Guild Wars 2, Mount Skins, And Loot Boxes

In the ever-evolving tradition of not posting for months at a time, I bring to you today some thoughts and words about ArenaNet’s latest attempt to make money and to maybe talk a smidge about loot boxes in general.

You see, just yesterday (November 07, 2017) ArenaNet deigned to gift players of Guild Wars 2 the ability to buy some new mount skins. However, unlike the previous set of five spooky-themed mount skins that one could purchase for a modest sum of 1600 gems (20.00 USD), these new ones were blatantly thrown behind a loot box-styled “adoption license” where you’d have a chance to get a skin you want.  To attempt to make matters better, ArenaNet made it so you couldn’t get repeats, so once you unlocked a skin, you could try again and go from a one-in-thirty chance to a one-in-twenty-nine chance of getting the mount skin you want.

And then the Guild Wars 2 twitter feed began retweeting a huge number of pictures of players loving the new skins they had rolled to get.  As in, even noticeable to me who, 99% of the time, just ignores his timeline while handing out a passing like or sometimes a retweet.  And, to me at least, all those retweets numbering way above what I’ve seen in…ever…from Guild Wars 2’s twitter looked as though they wanted to make followers and players feel bad or guilty about not having those new skins that they were showing off other players having got.  As if saying, “Look!  These players got that cool new doge skin and the celestial griffon skin!  You can too!”  And that is where I take issue.

You see, ArenaNet is, smartly, offering a single adoption license, or a pack of 10 licenses for a better chance, or you could drop 120.00USD just to get them all, even the ones you don’t want.  Especially the ones you don’t want.  Again, this is where I take issue with how ArenaNet is handling the new mount skins.  The whole sale and the way it’s being marketed (and let’s not kid ourselves, it IS being marketed) may not seem as vile as some other game’s implementations of RNG-heavy loot boxes *COUGH*Shadow of War*COUGH*, yet it is easily exploiting those who are easy prey for this type of marketing all the same.

As a sidenote, please do not attempt to get on a high horse and then go about blaming those who fall victim to these sort of schemes.  They are machinations of the slimiest sort that are meant to chip away at one’s will until they pry your money from your weakening grasp. One more time, with feeling,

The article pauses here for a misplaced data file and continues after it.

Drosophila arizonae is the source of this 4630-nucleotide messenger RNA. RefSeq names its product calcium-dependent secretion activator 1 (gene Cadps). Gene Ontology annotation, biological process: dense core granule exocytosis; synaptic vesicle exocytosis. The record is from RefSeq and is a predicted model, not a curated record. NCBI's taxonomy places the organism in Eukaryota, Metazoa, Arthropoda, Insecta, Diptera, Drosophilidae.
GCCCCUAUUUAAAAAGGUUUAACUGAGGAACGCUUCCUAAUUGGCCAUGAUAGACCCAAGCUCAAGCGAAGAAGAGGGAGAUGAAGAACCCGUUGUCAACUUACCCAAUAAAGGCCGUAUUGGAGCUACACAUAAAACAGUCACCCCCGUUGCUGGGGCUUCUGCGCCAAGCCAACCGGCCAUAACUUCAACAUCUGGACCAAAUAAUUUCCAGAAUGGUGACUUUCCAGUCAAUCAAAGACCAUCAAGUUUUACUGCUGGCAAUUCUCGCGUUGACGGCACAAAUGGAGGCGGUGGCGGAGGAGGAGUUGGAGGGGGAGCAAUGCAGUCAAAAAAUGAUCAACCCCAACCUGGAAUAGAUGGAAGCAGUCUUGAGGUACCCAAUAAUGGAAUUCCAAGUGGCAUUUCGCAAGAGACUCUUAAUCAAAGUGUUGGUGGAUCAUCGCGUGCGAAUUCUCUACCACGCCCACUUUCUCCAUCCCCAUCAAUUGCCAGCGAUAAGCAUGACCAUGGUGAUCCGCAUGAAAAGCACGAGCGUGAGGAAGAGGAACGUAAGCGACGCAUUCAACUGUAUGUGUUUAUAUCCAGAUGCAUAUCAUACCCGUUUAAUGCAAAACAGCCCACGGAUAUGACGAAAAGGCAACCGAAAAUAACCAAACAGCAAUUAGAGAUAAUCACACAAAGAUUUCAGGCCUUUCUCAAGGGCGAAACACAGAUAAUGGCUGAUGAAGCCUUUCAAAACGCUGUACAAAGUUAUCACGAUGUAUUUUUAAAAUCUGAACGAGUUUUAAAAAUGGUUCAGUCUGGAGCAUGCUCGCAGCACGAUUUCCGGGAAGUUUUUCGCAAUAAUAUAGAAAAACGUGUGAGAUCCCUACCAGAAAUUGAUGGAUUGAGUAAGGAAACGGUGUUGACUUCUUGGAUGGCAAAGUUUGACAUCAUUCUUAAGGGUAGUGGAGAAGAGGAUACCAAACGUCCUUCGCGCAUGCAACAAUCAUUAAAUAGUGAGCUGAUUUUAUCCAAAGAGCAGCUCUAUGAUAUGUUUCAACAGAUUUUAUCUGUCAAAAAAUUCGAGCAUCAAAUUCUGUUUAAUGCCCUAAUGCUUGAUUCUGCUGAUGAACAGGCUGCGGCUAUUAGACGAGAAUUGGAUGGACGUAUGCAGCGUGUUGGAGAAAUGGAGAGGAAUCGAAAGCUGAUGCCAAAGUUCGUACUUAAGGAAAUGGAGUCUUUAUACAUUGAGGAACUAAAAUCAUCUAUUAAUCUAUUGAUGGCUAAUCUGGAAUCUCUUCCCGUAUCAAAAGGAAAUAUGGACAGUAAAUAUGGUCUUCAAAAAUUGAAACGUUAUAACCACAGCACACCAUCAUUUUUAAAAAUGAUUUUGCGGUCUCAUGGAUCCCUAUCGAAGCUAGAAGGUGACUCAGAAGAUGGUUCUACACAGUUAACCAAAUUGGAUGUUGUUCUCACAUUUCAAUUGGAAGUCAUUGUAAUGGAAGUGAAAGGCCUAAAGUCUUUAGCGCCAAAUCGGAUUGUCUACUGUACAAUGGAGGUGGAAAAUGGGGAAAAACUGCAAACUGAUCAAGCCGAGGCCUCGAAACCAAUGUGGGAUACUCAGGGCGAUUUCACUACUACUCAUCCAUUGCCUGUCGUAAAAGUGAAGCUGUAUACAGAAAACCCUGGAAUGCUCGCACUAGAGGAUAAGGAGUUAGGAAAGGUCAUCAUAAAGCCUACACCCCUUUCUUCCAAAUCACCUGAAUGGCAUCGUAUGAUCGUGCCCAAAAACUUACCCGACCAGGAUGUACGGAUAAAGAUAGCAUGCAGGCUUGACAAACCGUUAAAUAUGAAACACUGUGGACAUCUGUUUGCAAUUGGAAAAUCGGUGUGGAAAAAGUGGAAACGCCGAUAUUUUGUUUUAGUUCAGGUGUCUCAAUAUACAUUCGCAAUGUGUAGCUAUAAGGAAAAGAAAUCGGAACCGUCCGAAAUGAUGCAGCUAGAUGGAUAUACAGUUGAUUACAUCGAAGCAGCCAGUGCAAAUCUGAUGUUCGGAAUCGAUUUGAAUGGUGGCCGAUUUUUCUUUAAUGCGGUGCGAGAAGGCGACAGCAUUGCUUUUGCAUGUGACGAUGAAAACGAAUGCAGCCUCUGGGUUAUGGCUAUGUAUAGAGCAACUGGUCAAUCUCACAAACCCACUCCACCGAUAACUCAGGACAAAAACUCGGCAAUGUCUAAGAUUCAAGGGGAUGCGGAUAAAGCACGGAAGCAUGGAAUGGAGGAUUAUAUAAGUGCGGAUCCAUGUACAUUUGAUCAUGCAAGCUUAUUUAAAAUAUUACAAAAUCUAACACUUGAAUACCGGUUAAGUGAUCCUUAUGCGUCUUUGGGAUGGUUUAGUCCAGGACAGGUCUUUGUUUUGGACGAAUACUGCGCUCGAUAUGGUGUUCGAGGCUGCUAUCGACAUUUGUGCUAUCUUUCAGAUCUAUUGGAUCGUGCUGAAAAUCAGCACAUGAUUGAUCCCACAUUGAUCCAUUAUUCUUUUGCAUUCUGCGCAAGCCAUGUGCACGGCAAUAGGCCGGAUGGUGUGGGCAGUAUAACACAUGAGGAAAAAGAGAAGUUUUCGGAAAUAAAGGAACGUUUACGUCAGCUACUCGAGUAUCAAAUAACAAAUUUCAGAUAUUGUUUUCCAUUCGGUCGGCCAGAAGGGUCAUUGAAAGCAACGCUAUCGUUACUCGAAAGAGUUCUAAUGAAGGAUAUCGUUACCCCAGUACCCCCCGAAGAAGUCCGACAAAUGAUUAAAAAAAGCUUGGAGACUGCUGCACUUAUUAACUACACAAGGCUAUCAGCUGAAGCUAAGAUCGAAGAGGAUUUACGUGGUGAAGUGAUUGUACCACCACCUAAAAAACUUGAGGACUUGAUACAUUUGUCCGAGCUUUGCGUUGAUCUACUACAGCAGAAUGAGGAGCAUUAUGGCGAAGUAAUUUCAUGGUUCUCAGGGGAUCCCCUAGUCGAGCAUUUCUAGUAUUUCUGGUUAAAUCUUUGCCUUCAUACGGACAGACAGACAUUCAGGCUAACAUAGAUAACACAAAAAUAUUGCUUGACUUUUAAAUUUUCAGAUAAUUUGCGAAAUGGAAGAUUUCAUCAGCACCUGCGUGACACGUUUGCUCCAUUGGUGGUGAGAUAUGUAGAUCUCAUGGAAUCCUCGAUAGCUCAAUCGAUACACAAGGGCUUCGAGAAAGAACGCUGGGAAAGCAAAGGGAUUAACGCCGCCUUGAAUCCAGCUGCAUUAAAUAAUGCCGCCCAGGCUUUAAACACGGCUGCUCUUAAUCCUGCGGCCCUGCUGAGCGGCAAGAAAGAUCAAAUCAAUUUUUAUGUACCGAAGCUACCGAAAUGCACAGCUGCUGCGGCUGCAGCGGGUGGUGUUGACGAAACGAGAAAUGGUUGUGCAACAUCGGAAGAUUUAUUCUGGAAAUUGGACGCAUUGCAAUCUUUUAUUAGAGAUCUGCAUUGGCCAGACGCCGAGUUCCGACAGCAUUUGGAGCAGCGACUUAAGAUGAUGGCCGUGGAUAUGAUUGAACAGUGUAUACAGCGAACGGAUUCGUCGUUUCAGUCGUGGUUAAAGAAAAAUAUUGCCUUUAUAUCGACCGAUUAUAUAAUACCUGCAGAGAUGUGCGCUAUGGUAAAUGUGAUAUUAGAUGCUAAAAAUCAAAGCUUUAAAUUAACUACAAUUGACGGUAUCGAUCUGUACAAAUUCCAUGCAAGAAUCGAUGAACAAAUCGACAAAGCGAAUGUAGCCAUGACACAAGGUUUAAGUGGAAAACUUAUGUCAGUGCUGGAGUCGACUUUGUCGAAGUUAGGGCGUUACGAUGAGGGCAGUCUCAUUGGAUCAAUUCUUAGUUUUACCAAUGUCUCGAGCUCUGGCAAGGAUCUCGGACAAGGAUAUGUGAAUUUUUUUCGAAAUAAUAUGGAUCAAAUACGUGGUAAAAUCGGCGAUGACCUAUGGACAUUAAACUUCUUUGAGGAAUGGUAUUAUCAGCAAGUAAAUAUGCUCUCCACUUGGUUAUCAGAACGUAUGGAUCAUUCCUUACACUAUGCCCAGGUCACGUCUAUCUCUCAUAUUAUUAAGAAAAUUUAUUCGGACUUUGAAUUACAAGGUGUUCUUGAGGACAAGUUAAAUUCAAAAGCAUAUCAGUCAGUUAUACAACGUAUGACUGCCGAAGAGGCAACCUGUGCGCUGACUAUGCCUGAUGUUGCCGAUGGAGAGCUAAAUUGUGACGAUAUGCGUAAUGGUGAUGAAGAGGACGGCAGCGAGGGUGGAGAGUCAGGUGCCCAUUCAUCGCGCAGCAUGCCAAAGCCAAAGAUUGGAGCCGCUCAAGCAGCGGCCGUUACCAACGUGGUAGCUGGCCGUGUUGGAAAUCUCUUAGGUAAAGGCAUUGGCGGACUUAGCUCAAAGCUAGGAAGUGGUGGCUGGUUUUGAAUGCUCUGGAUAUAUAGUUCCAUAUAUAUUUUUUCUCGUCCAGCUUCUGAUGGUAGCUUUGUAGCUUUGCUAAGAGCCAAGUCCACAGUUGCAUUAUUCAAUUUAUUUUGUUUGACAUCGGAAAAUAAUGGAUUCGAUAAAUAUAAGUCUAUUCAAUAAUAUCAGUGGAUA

DO NOT 👏 BLAME 👏 THE VICTIM 👏 OF SCUMMY MARKETING.

It is also just as easy to say “but they are simply cosmetic items that you don’t need!” To which I reply with a slap across the face and the words “that’s not how the scheme works, you dolt, nor is it only about you.” These sorts of items are made and sold with the type of people in mind who like playing dress up, or showing off how good they look, or how much gold and money they spent and this latest trend of loot boxes  popping up outside the free-to-play realm has become a cyst in the gaming industry.

Back to Guild Wars 2; what also strikes me as more odd than stinging is that, ArenaNet could have easily made smaller backs of 5 (one skin per mount) and sold that for 2000 gems (25.00 USD) or just sold them individually for 400 gems per mount skin but they instead went with RNG boxes that, should you want only one skin, could only cost you 400 gems (5.00 USD) or you could be goaded into spending 9600 gems, just for a single skin and 29 other skins you’ve no interest in.

Now, I don’t want to flat out say “ArenaNet is yet another evil developer” but they are making it really hard to.  What makes it even more difficult to call them out is that I’ve met with a number of the creators and artists and team members who’ve worked on both Guild Wars and Guild Wars 2 and I even got Mike O’Brien to sign my Guild Wars art book to apologize for Aura of the Lich! They’re not “bad” or malicious people and, at the end of the day, they’re still working for a company that needs to make money to keep on doing what they do to bring content to players.

The mount adoption license is not the way to do it, or rather, it is if you’re not worried about drawing ire from players who see what’re you’re doing with these pseudo loot boxes.

Stay lazy, portal pup riders.

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